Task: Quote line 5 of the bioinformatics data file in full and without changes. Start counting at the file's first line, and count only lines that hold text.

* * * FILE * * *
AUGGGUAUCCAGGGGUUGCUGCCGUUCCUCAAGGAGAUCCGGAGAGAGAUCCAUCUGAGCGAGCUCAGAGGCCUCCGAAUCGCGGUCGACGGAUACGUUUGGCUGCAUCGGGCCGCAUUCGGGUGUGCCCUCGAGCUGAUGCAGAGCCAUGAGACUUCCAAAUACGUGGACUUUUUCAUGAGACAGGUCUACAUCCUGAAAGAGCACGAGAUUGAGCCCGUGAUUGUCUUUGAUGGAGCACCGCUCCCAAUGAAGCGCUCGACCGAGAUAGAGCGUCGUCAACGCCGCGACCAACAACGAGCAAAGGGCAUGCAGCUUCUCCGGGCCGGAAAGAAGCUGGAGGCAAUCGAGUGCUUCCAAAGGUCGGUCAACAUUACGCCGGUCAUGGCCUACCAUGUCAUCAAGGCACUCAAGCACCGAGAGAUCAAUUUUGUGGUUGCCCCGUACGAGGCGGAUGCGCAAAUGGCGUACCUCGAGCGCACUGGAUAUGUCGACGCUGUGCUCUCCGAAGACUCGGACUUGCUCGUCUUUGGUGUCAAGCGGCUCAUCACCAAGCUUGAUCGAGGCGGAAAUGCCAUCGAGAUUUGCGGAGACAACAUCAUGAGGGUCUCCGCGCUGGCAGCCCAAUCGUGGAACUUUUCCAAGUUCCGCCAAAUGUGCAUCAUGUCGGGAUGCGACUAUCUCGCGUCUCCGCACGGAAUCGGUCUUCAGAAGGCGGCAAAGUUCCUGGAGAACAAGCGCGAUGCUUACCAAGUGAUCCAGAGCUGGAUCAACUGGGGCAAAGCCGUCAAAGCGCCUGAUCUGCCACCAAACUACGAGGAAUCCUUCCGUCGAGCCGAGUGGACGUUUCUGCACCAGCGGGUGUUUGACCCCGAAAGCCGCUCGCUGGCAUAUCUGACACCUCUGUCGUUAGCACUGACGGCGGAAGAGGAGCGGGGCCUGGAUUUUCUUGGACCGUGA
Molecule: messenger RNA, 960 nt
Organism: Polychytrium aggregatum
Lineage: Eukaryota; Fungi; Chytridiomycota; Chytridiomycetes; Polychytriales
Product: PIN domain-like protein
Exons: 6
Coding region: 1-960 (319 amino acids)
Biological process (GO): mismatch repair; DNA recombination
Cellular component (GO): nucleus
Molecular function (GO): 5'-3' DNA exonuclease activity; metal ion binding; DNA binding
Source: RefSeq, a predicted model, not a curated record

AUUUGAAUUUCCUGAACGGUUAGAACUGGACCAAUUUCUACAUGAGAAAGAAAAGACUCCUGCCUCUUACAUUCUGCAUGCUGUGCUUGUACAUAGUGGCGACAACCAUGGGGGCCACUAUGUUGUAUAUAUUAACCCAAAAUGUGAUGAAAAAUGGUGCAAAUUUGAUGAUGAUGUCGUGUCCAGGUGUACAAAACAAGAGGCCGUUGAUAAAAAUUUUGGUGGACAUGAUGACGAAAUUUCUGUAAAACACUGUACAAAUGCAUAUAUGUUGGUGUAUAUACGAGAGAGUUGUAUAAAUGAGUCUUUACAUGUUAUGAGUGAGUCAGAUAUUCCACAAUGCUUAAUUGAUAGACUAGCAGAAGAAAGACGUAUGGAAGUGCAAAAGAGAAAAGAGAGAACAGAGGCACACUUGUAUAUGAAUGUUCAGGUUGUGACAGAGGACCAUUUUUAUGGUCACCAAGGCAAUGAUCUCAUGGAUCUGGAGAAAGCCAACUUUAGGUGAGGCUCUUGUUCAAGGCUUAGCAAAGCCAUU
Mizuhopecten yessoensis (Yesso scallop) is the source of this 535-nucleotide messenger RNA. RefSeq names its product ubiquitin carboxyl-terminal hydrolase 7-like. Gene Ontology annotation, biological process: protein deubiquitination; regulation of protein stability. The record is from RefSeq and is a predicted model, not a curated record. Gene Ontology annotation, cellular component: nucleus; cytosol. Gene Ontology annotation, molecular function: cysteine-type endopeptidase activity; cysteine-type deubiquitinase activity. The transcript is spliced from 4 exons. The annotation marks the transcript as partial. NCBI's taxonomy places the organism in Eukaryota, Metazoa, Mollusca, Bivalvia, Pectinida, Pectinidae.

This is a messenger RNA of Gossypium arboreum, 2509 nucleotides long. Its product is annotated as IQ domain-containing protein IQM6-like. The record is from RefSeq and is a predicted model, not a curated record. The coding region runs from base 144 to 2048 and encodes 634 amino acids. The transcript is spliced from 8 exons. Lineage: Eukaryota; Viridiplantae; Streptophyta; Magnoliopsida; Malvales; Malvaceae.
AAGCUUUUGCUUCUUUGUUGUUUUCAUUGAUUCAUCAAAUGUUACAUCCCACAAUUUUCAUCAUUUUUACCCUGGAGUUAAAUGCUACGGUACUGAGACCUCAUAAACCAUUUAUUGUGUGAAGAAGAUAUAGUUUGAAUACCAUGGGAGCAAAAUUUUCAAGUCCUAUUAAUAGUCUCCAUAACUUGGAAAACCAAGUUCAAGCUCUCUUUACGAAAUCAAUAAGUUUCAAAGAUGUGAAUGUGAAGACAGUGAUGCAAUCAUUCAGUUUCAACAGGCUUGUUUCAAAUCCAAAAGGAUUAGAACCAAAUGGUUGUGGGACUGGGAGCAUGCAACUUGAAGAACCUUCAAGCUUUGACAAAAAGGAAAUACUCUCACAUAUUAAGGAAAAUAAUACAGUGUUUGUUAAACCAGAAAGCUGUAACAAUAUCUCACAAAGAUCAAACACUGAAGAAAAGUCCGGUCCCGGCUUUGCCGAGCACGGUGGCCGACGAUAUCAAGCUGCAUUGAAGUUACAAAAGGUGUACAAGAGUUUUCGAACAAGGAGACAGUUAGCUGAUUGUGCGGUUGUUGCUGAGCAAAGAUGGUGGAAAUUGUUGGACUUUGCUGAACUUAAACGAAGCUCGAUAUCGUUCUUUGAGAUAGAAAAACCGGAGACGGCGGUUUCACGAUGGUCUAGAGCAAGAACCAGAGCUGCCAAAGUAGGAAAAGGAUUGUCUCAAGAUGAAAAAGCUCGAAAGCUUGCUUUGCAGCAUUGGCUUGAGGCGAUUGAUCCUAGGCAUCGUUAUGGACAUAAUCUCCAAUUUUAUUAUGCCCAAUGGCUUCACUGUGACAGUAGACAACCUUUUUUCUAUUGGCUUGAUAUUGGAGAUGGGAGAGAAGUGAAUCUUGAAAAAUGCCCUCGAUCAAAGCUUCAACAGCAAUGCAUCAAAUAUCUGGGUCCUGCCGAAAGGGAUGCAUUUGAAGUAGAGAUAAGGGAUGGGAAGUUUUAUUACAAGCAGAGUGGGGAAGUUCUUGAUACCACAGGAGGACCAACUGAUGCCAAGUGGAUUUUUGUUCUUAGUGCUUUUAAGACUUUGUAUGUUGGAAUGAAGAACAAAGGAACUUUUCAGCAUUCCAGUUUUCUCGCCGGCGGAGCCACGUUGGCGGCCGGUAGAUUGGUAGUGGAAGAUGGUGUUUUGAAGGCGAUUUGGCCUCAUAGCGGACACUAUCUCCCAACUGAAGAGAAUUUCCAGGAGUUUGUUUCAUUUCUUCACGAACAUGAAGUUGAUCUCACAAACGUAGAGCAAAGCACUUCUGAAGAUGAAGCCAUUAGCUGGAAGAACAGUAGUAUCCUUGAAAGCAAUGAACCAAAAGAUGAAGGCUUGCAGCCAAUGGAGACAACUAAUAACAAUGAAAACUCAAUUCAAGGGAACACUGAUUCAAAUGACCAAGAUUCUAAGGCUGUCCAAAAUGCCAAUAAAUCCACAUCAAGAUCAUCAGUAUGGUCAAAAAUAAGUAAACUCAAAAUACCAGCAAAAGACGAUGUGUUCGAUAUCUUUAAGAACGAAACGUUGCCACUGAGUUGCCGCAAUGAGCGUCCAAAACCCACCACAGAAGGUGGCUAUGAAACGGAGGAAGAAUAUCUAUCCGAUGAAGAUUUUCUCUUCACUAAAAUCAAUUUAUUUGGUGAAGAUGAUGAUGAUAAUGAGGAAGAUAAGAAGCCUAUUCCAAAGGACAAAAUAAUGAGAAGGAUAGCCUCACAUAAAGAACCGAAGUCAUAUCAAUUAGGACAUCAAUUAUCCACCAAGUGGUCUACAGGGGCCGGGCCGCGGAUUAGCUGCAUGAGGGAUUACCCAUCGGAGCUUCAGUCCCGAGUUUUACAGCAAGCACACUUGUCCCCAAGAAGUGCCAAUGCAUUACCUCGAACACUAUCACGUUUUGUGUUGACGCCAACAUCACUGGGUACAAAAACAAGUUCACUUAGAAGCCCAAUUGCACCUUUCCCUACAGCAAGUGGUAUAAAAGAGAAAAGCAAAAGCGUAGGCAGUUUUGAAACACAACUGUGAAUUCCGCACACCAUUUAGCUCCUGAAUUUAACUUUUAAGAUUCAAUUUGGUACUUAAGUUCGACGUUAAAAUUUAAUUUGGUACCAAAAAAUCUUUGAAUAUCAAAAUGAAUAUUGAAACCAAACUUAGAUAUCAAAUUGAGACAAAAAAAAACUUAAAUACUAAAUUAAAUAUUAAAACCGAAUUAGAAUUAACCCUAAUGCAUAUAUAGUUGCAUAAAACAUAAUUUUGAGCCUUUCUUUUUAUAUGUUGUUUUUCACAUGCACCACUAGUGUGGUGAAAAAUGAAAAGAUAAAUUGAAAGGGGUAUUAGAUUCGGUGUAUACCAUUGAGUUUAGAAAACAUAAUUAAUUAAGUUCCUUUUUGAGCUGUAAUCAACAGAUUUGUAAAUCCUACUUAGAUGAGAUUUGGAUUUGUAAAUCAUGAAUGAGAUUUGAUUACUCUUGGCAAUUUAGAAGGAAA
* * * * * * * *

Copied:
Product: PIN domain-like protein